The swordfish, I understand, is a terrific game fish, but my personal experience with its greatness has been limited to the kitchen and dining table.
Although I’ve heard some reports that it may not be for everyone, I think xiphias gladius is one of the best tasting fish anywhere, and we’re very lucky that this migratory giant regularly visits our own waters. It’s also one of the easiest seafood to prepare. Aside from a modest responsibility of ensuring that there be at least one sympathetic herb on hand, and one or more responsible seasonings, it’s mostly about knowing when to stop cooking, rather than how.
- one 16-ounce swordfish steak from American Seafood Company picked up that afternoon at Chelsea’s Down to Earth Farmers Market on 23rd Street, halved, marinated on an ironstone platter for more than half an hour, turning once, in a mixture of olive oil, a tablespoon of fresh oregano (mostly buds) from Norwich Meadows Farm, a small amount of crushed dried peperoncino Calabresi secchi from Buon Italia, a bit of fresh habanada pepper from Oak Grove Plantation, and a chopped section of a stem of Japanese scallion from Berried Treasures Farm, drained well and the steaks covered on both sides with a coating of homemade dried breadcrumbs, pan-grilled over medium-high heat for 3 or 4 minutes on each side, or until just barely fully cooked all of the way through (think of the texture of a fresh good cheesecake), removed from the pan and arranged on the plates, sprinkled with a little Maldon sea salt, a bit of juice from a Whole Foods Market organic lemon squeezed on top, and garnished with red micro mustard from Two Guys from Woodbridge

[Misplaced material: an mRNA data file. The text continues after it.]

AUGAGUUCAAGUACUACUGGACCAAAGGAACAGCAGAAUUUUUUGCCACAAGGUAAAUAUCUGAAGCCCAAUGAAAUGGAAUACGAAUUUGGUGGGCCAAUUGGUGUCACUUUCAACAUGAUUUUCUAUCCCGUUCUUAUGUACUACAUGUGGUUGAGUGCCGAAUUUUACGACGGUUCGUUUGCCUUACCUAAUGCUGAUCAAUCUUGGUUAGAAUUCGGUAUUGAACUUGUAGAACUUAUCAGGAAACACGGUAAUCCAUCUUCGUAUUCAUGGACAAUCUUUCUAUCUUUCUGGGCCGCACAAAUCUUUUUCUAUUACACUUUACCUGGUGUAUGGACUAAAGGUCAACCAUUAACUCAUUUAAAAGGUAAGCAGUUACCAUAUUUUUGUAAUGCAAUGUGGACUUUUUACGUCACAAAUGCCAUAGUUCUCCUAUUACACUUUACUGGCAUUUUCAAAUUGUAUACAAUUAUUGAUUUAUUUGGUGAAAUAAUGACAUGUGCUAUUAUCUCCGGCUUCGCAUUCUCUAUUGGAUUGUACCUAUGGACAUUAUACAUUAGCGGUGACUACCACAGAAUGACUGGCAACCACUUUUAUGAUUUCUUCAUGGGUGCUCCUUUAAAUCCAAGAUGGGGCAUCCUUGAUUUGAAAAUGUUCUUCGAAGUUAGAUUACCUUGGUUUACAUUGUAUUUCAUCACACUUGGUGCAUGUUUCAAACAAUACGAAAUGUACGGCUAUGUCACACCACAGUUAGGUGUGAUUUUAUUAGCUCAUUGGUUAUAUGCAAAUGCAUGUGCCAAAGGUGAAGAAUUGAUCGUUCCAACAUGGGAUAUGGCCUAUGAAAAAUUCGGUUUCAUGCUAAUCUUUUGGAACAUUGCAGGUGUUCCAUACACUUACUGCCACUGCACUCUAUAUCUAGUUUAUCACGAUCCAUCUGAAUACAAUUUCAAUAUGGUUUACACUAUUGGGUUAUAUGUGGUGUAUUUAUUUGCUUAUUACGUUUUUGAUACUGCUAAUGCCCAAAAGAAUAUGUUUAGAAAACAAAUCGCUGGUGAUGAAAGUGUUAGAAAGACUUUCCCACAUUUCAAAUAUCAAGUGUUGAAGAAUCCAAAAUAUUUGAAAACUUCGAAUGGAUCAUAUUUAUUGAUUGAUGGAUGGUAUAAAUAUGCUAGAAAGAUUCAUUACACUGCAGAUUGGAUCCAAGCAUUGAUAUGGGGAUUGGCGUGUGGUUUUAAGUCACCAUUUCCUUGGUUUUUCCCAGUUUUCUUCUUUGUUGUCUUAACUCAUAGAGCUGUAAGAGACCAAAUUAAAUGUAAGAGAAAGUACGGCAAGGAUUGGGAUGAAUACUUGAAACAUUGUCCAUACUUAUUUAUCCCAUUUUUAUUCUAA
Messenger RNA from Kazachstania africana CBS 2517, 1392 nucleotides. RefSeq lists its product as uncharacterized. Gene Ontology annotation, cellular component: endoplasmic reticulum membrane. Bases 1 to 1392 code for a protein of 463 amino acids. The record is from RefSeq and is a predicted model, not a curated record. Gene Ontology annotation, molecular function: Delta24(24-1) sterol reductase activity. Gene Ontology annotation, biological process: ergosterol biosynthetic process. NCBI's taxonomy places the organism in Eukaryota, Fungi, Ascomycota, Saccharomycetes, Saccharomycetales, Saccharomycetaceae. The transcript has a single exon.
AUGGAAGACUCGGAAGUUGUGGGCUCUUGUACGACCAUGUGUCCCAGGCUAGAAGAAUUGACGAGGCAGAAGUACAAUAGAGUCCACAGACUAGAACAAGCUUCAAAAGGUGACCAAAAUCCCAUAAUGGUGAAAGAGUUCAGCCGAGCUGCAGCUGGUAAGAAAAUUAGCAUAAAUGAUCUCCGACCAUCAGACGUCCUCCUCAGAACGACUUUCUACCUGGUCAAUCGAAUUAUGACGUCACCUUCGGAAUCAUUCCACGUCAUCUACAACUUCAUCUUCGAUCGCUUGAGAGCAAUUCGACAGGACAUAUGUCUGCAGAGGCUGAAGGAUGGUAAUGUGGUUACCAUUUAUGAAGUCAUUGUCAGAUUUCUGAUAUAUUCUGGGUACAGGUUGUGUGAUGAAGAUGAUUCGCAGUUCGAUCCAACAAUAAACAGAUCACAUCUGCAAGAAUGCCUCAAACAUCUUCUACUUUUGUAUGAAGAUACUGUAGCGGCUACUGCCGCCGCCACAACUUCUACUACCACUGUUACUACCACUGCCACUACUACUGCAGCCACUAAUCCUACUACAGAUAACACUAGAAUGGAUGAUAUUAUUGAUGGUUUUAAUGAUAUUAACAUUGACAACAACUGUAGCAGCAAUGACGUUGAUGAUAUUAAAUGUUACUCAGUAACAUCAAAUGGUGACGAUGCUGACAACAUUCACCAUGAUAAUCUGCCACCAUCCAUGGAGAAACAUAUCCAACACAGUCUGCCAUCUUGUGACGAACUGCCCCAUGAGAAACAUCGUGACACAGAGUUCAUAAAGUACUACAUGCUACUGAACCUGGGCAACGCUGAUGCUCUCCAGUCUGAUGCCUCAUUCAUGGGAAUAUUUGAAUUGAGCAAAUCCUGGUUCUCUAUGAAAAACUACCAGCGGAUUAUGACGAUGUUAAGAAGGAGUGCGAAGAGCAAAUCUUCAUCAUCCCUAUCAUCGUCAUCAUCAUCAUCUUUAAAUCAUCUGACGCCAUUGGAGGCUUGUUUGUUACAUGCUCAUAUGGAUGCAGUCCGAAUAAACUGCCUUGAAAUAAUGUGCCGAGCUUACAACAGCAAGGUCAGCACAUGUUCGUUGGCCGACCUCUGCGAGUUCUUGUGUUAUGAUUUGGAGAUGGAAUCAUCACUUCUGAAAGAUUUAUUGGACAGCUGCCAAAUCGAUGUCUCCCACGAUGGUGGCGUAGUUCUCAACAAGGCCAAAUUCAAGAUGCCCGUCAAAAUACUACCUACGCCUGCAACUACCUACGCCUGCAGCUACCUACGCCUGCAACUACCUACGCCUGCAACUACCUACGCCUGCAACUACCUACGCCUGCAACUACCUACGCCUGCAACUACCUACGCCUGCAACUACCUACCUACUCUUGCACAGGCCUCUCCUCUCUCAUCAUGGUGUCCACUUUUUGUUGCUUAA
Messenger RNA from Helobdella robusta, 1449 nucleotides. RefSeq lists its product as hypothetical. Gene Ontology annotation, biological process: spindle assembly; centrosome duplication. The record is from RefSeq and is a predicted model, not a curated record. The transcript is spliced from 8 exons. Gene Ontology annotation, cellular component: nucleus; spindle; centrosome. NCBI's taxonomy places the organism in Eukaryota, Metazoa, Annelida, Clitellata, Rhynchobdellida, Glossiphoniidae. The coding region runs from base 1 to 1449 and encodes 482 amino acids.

- three quarters of a pound of some amazing sweet, fresh ‘White potatoes’ from Jersey Farm Produce Inc., boiled with a generous amount of salt until barely cooked through, drained, halved, dried while inside the large, still-warm vintage Corning Pyrex Flameware glass pot in which they had cooked, a tablespoon or so of olive oil added, seasoned with sea salt, freshly-ground black pepper, tossed with torn fresh sage from Echo Creek Farm, also in the 23rd Street market
- five different kinds and colors of baby eggplant, collected over several visits to Norwich Meadows Farm in the Unions Square Greenmarket (hence no photograph), each cut into 4 slices, mixed with a little olive oil, 6 or so Kalamata olives from Whole Foods Market, pitted, finely-chopped garlic from Norwich Meadows Farm, sea salt, and freshly-ground black pepper, pan-grilled over a brisk flame, turning once, sprinkled with torn spearmint leaves from Keith’s Farm, arranged on the plates and finished with a drizzle of olive oil
- the wine was an Italian (Sicily) white, Liotro Inzolia 2016 (100% Inzolia grapes), from Garnet Wines
- the music was the album, ‘C.P.E. Bach: Concertos & Symphonies’